# 205. Percentages cubed

This neat little activity combines nets of cubes with non-calculator percentages. It doesn’t necessarily replace teaching basic percentages, but it is a good starting point.

Objectives

• To understand the link between different percentages.
• To construct a cube, using a 2D net.
• To calculate percentages.

Equipment
Pre-printed nets of cubes on card
Scissors
Glue
Felt-tip pens

Cut out the net of the cube and mark the midpoint of each edge, ensuring matching points on the joins.

The matching points are important later on. Fold in both directions along each line.

Label the middle square 100%.
Draw horizontal and vertical arrows going away from it with divide by 2, 4, 10 & 100. What percentages should go on these squares?

You will notice the arrows go through the midpoints.

This bit wowed my class.

Draw a vertical line up from 50%.
Label it divide by 2.
Draw an arrow coming in from the left of the 25%.

What happens if you fold the cube up?
The arrow joins up! This is why you need the midpoints.

You should have one empty square. Label this 5%.

Ask your pupils to complete their arrows. They can be completed with divide or multiply.

You will notice that mine is colour coded, based on the original percentage in each calculation.

Glue the 5% square flap to the 25% square. This allows you to temporarily tuck in the other flaps, whilst allowing the cube to be folded flat to go in a book.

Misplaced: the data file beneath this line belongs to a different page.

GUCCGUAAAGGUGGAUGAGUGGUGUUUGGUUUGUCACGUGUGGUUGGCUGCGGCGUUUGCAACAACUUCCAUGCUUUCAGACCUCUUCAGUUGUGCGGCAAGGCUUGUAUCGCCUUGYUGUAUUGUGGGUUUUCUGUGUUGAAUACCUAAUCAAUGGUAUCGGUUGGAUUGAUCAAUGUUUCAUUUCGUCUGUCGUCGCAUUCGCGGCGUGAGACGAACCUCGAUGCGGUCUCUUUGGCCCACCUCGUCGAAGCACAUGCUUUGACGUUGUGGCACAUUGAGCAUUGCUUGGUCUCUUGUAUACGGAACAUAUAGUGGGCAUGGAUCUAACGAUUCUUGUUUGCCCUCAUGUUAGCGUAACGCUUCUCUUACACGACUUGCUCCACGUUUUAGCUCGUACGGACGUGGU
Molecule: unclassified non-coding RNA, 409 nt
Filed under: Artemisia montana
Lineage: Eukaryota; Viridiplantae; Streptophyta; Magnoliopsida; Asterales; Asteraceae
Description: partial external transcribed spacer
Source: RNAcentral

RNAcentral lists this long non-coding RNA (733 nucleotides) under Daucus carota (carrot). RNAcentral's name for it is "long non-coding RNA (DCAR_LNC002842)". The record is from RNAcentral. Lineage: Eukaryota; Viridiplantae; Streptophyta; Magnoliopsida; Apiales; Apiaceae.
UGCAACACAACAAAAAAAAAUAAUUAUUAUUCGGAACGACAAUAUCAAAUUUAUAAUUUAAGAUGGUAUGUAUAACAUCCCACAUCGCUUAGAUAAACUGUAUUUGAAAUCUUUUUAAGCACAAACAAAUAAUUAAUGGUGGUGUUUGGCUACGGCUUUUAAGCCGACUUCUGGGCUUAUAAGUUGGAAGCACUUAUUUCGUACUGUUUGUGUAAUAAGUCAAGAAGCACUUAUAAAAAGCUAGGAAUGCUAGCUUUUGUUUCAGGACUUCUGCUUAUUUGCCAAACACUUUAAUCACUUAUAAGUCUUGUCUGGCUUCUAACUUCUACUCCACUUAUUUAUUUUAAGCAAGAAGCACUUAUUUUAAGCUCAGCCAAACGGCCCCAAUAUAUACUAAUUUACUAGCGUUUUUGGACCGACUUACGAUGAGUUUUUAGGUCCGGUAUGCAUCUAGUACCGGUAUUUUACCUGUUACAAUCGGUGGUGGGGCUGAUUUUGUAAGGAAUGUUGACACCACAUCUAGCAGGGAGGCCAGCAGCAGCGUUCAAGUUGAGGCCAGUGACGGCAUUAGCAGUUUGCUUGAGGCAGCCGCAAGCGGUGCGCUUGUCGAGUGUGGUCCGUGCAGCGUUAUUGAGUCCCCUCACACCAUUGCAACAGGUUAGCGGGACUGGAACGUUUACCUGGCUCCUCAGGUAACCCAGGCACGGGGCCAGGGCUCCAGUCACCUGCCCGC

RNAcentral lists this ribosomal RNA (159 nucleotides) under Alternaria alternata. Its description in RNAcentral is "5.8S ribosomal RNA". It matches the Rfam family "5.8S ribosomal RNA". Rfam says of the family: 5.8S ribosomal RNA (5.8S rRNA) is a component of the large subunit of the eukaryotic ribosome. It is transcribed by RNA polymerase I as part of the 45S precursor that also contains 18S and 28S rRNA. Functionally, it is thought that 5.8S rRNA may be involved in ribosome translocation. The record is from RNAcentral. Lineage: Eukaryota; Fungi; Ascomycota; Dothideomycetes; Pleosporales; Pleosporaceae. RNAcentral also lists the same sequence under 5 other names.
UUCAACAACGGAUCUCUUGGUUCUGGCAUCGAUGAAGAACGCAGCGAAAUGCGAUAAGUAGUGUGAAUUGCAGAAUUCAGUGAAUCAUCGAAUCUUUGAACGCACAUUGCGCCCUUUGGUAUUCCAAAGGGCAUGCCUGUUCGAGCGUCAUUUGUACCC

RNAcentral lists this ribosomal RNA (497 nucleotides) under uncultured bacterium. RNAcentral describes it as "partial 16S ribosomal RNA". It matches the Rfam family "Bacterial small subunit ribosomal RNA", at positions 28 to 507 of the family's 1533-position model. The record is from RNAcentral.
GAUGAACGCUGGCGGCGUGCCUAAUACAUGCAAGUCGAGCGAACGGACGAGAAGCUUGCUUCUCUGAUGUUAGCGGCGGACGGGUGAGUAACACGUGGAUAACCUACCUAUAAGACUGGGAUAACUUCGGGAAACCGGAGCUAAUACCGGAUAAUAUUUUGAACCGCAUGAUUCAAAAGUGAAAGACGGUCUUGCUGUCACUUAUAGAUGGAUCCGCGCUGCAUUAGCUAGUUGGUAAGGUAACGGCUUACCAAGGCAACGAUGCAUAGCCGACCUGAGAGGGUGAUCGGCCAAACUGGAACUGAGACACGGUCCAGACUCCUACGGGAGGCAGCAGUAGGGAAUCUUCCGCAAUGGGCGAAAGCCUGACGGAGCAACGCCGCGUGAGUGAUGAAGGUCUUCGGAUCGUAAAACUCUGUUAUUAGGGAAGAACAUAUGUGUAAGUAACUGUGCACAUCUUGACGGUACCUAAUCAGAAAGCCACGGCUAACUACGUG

Give pupils a starting number eg 360. This represents 100%.
By following the arrows on the cube, they can work out all these percentages quickly and efficiently.

# 118. App of the day

Do you ever play the numbers round from the TV programme ‘Countdown’ in class?

I was on a training course the other week and whilst chatting in a break Sarah – a fellow delegate, introduced me to the free android Countdown app. It is so easy to use a 6 yr could (and does) use it.

There are quick rounds, full games and practice mode. If you choose the number practice mode, you can randomly select numbers and it will even show you the solution. So you can use Countdown as a starter without scribbling numbers on a bit of paper and only being 10 seconds ahead of the class.

Download it from the android store by searching for ‘Countdown for Android’.

# 50. When will I ever use this …

A prescription says to take 2 pills every 4 hours, but don’t take more than 8 pills in 24hrs. There are 100 pills in a prescription.

If you start taking them on the 22nd March, when do you stop taking them? Assume you start taking them at midday and are in bed by 2230.

You can’t get a more real-life maths problem than that!

# 48. Percentage book

I’ve found that copying examples and methods into a useable revision resource can be tricky for younger pupils or those with concentration issues. They don’t refer back to their notes because they are either incomplete, unreadable, unfindable in their book or just lost.

I saw instructions for making simple books from a single sheet of paper and wondered if it was worth a try.

Non calculator percentage book

Making the book
Fold a sheet of paper into eight as shown. The sample here is A4, but I used A3 in class.

Cut along the middle two quarters (blue line in the picture) and fold in half lengthways.

Fold this into an X shape.

Arrange into a book.

Instructions
Clearly label the cover – you want your pupils to find this easily.

As we filled in each page, I explained why we did each process. Because their books were larger, the bottom of their pages had questions too.

We covered 50%, 25%, 10%, 5%, 30% and the last page was a challenge/extension task: 17.5%.

The back page was left blank so that they could stick the mini-books into their exercise books.

Example